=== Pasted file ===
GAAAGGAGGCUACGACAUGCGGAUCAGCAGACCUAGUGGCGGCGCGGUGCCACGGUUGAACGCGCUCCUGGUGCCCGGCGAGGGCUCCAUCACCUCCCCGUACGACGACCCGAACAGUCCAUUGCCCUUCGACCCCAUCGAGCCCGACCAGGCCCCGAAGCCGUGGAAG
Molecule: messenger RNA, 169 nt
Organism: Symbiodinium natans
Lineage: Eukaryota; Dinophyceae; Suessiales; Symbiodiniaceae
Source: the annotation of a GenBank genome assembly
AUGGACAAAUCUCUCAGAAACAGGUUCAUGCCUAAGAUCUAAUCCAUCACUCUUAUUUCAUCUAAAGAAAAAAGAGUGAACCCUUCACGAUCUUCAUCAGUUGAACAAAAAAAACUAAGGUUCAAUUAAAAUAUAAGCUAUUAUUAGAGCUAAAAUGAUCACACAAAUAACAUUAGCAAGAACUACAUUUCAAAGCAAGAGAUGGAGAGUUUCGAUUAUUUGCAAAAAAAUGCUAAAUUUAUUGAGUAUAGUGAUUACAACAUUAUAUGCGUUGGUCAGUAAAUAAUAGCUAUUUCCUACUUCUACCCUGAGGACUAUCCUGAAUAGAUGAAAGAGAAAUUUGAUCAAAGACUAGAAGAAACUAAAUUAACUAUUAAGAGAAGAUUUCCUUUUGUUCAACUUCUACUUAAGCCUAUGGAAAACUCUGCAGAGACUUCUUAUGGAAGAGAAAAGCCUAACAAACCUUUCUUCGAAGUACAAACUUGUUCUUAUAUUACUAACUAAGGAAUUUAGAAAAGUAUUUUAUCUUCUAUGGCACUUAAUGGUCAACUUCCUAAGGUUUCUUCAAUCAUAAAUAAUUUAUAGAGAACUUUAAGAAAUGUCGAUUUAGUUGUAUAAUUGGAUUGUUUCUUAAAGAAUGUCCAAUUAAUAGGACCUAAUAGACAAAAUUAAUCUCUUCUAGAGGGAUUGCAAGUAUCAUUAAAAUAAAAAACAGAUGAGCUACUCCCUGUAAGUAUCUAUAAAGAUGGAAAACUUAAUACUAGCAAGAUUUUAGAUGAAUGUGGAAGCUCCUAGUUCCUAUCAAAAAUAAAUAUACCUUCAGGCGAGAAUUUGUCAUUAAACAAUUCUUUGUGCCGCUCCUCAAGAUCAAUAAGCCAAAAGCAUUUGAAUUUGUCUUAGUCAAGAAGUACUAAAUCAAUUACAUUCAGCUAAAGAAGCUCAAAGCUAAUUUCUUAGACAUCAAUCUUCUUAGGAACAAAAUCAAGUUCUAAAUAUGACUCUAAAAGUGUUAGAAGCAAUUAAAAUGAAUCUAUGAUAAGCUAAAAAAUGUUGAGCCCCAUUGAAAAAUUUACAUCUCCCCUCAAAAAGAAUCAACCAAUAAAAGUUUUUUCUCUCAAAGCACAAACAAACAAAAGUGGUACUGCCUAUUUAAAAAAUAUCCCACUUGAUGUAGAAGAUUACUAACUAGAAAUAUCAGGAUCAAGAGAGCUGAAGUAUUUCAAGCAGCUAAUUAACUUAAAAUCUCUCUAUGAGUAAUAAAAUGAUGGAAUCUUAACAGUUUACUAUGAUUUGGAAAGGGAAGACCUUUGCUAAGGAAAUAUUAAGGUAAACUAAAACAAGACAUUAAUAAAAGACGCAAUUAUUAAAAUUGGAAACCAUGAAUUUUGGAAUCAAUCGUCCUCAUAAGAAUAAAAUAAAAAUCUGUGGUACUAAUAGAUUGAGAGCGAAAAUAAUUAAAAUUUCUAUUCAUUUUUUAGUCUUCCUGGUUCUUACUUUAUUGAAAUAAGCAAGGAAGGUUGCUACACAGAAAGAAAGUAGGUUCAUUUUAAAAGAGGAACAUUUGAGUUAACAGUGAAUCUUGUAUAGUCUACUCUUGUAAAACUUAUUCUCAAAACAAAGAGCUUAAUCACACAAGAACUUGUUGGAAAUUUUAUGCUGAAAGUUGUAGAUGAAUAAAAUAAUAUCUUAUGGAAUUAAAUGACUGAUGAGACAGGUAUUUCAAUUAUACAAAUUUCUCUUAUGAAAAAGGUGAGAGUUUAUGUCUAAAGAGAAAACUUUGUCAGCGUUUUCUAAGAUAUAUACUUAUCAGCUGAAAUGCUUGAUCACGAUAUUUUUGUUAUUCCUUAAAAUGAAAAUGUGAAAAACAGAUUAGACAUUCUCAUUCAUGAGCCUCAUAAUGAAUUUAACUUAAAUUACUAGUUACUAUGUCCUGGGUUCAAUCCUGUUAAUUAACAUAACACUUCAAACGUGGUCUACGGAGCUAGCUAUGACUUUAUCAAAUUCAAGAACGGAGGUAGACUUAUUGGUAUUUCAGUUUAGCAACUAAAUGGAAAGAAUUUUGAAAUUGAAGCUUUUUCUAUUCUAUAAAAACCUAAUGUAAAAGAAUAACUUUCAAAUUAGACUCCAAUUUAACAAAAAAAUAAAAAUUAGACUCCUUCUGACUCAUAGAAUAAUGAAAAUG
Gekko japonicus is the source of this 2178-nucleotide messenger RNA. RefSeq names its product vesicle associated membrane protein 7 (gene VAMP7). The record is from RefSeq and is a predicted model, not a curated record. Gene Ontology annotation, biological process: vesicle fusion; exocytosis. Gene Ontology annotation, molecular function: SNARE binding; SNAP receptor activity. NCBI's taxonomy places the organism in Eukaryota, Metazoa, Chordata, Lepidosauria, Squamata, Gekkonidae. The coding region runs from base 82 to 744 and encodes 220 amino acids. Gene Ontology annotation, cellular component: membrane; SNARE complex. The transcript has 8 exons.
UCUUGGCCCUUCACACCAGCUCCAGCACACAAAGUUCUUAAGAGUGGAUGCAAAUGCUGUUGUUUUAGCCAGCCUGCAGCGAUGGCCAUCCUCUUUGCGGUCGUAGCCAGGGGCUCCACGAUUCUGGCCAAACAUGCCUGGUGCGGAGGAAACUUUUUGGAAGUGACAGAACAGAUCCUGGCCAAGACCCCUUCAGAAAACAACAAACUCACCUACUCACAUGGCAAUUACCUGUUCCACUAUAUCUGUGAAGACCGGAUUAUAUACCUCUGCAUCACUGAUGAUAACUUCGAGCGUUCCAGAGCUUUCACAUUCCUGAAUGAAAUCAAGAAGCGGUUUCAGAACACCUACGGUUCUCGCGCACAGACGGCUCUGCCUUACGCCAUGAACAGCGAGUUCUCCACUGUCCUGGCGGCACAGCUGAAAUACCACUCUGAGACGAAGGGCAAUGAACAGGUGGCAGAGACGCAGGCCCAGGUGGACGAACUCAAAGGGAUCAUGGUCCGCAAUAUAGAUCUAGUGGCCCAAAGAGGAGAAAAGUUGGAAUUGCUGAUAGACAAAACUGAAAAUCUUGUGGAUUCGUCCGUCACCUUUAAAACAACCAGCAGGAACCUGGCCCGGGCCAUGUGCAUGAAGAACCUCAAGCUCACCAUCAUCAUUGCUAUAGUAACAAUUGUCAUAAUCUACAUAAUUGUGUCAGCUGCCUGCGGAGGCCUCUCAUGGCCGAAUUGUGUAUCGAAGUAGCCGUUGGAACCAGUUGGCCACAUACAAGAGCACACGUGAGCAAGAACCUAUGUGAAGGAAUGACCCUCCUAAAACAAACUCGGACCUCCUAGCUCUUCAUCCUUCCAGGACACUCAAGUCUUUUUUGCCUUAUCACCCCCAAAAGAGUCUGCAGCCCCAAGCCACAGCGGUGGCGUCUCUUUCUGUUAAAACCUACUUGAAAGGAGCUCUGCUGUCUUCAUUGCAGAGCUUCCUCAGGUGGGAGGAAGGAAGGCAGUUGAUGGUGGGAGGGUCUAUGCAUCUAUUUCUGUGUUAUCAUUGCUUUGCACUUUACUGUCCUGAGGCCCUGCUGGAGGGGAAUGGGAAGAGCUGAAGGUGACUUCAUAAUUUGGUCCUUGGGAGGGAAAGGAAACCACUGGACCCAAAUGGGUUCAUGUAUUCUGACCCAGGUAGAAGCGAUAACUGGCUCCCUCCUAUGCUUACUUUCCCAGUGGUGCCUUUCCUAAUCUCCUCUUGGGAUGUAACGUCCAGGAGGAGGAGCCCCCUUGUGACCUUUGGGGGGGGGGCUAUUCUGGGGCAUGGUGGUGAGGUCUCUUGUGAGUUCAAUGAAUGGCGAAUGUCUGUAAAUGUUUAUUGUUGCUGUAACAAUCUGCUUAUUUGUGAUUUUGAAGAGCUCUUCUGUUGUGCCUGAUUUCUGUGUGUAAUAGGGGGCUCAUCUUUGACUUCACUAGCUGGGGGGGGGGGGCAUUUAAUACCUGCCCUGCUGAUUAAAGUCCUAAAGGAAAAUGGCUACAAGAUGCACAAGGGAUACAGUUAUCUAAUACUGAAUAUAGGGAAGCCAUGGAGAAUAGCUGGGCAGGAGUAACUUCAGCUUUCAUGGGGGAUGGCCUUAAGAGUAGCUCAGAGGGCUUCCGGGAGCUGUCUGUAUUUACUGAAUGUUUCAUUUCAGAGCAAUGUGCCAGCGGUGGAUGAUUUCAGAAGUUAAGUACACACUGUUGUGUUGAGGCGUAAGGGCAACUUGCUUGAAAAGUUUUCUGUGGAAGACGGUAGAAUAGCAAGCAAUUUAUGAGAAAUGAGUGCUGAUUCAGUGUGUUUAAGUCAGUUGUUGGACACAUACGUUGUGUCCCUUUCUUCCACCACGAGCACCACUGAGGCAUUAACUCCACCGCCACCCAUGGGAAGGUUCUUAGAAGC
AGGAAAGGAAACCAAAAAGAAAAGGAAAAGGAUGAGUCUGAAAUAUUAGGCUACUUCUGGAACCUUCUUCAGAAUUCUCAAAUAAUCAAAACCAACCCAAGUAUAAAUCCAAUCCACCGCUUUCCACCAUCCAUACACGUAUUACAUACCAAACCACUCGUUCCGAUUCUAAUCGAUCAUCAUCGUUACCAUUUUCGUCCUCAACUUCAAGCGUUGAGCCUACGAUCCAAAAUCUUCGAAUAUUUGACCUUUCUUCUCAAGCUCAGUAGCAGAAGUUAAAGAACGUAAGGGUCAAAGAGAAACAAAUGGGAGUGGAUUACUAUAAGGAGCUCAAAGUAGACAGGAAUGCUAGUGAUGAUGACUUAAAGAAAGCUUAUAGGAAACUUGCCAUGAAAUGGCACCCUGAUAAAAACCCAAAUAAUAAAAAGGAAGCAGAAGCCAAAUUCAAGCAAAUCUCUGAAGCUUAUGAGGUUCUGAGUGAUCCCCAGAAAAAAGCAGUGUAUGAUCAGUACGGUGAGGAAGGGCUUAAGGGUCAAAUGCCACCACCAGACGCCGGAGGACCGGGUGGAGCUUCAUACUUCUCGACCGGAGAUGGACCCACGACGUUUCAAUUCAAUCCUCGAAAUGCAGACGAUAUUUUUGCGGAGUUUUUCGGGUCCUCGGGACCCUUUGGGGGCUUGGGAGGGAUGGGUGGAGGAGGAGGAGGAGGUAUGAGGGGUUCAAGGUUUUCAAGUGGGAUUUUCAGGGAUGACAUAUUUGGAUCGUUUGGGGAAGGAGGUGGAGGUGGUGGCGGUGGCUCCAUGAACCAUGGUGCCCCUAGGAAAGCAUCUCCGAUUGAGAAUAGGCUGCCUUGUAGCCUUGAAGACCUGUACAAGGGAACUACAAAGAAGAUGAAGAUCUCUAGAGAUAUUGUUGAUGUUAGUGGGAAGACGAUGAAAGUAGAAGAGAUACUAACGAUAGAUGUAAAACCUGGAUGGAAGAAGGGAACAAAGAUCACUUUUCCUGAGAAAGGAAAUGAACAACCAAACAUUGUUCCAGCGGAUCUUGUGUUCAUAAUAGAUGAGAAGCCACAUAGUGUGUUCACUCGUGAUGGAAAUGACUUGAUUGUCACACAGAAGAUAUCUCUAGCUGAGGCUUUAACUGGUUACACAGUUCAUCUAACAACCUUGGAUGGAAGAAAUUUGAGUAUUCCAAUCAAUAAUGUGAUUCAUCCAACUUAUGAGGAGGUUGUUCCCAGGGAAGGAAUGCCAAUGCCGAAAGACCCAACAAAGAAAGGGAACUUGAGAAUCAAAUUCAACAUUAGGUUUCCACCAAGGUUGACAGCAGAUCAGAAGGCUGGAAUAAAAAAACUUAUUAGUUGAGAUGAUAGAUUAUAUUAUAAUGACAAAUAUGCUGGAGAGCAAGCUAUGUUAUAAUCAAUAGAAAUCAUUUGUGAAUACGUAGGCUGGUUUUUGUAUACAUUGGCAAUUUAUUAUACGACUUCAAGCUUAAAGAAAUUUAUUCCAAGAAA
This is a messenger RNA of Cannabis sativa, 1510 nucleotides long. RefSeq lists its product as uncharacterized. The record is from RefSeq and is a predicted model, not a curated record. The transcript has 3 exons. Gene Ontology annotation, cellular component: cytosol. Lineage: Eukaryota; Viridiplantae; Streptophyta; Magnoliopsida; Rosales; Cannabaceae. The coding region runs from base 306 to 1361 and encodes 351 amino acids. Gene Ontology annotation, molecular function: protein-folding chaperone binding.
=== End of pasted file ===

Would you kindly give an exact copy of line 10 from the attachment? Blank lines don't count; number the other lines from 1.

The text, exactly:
This is a messenger RNA of Cannabis sativa, 1510 nucleotides long. RefSeq lists its product as uncharacterized. The record is from RefSeq and is a predicted model, not a curated record. The transcript has 3 exons. Gene Ontology annotation, cellular component: cytosol. Lineage: Eukaryota; Viridiplantae; Streptophyta; Magnoliopsida; Rosales; Cannabaceae. The coding region runs from base 306 to 1361 and encodes 351 amino acids. Gene Ontology annotation, molecular function: protein-folding chaperone binding.